National Take Your Dog to Work Day is a favorite for many office workers. Lassie gets to come with you and have a pup-tastic day at the office. Those in pet-friendly offices get to experience this joy on a daily basis, but what about truck drivers? Turns out about 40% of truck drivers bring their pets along on the road. Driving for hours on end without a partner in the cab is extraordinarily lonely.
The human/animal bond has been proven to be beneficial to those with PTSD, depression, anxiety, etc., and studies have shown that animals can reduce cortisol (stress and anxiety) and increase oxytocin and happiness in humans.
The younger generations are driving the world to be more pet friendly. Dogs are found in hospitals, businesses, hotels, bars, etc. People are pushing for their animals to have a higher quality of life as humans do. The pet-related economy is the fastest-growing investment area, surging from $115 billion in 2021 to an expected $300 billion in seven years — a rate of growth that is unmatched in any other sector.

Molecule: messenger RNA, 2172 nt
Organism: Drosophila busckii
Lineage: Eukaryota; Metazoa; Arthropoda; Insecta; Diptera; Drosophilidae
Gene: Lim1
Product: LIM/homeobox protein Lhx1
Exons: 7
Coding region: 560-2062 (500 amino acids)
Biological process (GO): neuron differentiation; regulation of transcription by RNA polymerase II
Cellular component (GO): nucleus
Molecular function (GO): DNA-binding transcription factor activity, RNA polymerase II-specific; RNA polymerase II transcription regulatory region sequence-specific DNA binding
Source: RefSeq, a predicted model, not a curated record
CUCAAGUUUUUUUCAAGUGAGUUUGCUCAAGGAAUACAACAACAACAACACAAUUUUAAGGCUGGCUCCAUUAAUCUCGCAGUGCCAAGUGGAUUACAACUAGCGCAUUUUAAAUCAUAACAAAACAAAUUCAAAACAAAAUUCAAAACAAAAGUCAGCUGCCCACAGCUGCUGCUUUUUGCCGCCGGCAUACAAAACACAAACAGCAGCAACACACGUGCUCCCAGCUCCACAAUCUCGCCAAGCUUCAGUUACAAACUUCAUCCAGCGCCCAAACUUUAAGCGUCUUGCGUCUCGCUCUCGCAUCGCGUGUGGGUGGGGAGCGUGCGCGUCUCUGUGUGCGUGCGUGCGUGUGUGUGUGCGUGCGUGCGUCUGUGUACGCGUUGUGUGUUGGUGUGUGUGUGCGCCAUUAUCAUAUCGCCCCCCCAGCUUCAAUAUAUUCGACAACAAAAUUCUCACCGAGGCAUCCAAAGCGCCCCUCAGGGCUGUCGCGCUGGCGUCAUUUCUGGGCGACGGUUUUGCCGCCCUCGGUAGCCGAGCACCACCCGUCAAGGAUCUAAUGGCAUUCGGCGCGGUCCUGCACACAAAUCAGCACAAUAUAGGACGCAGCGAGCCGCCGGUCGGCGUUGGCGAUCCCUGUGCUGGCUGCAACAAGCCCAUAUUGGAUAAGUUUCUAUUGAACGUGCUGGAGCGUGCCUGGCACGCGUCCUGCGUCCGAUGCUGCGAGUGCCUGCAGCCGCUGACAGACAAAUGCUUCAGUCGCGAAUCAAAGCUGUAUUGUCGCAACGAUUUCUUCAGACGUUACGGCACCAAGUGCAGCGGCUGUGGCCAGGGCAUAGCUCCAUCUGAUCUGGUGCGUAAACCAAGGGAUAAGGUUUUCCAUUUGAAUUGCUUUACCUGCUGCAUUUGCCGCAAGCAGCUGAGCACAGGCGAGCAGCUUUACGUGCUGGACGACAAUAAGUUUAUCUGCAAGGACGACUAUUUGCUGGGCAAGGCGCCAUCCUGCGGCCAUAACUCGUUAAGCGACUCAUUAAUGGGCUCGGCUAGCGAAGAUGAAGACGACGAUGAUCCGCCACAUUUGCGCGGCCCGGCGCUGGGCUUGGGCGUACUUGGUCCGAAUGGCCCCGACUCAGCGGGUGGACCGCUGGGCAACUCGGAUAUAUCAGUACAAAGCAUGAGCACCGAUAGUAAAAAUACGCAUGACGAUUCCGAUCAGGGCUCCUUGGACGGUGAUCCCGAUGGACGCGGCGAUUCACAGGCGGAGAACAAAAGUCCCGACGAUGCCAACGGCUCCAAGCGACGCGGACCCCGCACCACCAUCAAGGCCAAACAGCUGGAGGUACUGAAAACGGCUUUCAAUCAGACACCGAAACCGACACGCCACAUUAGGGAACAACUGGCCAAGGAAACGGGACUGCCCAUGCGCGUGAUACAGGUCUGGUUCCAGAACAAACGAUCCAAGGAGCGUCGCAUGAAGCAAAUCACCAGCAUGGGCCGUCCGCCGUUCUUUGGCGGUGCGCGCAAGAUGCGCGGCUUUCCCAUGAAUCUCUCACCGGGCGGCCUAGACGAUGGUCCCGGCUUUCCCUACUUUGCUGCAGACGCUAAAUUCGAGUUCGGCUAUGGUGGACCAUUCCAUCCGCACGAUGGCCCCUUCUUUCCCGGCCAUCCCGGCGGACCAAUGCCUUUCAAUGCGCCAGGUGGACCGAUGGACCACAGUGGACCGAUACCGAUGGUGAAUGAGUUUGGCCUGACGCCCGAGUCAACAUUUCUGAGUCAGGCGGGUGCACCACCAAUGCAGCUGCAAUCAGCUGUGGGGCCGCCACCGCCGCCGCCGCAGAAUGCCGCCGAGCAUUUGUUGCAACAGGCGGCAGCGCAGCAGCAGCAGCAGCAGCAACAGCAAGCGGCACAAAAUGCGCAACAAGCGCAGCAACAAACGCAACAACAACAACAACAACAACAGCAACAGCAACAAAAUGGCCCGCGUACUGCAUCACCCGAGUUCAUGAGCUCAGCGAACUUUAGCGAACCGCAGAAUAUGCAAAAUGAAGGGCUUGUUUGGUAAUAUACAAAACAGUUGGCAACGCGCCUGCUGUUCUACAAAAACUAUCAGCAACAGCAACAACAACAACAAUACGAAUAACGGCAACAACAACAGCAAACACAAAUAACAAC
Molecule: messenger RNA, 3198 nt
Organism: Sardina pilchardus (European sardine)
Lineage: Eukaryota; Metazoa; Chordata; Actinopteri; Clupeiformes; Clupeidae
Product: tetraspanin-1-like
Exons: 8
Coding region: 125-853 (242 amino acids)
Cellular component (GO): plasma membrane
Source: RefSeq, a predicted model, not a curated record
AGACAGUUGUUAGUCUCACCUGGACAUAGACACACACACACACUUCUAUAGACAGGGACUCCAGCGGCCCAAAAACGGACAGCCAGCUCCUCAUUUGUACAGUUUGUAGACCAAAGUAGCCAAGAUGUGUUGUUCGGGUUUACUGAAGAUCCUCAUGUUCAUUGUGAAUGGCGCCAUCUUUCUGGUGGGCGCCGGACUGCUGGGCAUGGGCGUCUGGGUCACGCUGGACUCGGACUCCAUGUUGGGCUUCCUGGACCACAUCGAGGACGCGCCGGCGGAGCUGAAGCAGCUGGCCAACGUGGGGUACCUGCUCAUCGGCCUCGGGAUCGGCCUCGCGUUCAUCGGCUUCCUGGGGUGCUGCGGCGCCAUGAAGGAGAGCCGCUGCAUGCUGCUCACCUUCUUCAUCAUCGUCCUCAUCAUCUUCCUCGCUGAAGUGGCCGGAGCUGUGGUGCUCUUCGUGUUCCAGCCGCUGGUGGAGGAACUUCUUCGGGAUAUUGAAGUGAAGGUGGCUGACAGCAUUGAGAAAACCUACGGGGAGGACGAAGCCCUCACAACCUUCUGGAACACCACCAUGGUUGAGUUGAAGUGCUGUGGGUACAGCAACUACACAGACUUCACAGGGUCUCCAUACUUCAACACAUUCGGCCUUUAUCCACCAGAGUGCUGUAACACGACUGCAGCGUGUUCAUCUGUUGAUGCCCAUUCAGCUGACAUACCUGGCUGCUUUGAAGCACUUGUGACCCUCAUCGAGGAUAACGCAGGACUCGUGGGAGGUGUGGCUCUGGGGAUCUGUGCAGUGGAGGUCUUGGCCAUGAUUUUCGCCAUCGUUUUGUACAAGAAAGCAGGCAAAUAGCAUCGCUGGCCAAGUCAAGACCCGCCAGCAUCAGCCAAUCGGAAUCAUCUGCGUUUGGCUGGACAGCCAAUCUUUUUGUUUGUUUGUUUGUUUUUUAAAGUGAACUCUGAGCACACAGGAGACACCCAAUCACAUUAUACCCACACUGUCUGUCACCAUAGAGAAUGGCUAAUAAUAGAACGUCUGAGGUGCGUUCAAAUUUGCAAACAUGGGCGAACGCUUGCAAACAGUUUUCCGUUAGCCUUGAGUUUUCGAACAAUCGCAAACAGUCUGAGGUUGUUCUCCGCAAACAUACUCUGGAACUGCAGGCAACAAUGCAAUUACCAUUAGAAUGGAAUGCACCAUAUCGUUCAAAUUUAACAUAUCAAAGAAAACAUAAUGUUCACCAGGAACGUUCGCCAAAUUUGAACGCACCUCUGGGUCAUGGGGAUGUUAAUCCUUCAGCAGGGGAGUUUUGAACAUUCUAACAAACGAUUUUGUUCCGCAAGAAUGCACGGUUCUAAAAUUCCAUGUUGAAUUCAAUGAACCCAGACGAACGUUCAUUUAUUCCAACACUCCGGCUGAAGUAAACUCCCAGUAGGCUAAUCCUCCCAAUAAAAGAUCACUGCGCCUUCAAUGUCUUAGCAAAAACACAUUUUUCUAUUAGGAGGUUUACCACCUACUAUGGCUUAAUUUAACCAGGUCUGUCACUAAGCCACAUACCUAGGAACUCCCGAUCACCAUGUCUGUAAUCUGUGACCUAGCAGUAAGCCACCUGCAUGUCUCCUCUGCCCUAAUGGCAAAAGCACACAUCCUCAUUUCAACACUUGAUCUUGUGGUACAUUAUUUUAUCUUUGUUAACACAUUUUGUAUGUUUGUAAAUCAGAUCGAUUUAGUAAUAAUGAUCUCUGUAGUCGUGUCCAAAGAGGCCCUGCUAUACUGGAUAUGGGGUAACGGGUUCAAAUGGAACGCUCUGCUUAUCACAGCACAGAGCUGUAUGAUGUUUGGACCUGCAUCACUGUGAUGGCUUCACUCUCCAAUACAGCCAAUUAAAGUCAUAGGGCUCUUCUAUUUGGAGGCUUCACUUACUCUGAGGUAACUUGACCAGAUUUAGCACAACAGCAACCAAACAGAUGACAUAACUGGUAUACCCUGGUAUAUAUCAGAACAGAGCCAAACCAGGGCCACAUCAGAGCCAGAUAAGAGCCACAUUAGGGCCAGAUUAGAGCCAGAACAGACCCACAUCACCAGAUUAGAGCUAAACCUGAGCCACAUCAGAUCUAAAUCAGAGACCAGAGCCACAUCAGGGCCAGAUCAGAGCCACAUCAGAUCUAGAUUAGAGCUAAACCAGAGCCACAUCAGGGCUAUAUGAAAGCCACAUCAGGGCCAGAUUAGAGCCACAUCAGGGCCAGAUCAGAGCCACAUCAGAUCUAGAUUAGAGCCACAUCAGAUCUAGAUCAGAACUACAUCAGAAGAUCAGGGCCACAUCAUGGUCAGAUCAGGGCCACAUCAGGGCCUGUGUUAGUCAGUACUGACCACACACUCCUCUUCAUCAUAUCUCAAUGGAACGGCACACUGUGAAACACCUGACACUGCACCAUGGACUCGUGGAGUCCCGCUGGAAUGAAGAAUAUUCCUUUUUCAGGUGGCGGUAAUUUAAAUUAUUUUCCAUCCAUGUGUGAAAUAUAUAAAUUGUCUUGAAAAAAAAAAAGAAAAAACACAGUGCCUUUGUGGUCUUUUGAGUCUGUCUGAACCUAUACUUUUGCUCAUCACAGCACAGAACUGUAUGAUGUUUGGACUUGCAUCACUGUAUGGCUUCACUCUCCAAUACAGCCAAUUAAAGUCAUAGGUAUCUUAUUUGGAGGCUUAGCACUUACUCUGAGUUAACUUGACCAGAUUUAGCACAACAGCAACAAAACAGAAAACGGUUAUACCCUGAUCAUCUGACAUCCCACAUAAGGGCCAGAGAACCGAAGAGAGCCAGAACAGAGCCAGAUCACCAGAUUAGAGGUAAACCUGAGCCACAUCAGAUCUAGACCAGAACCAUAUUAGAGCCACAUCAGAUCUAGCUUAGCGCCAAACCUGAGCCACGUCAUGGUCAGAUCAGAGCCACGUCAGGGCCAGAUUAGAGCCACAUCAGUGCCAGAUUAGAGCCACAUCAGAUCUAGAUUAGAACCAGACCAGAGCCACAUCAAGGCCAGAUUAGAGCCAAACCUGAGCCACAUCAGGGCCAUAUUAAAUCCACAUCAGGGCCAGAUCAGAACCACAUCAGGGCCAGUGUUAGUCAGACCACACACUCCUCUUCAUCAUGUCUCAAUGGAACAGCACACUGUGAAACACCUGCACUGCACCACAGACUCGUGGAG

When it comes to animals on the road, it does take some planning on the drivers’ part. Animals do require breaks for exercise and when nature calls, and it turns out most humans can benefit from these breaks as well. Not all trucking companies allow drivers to have animals in the cab and not all shippers/receivers allow animals in their facilities, but those that do should be made known to drivers when booking loads.
A simple note on the BOL or rate confirmation saying yes or no animals allowed means that you can get the right driver on the right load and keep everyone happy. No one wants to deal with a driver calling while trying to check into a guard shack saying he or she can’t get unloaded because this facility doesn’t allow animals.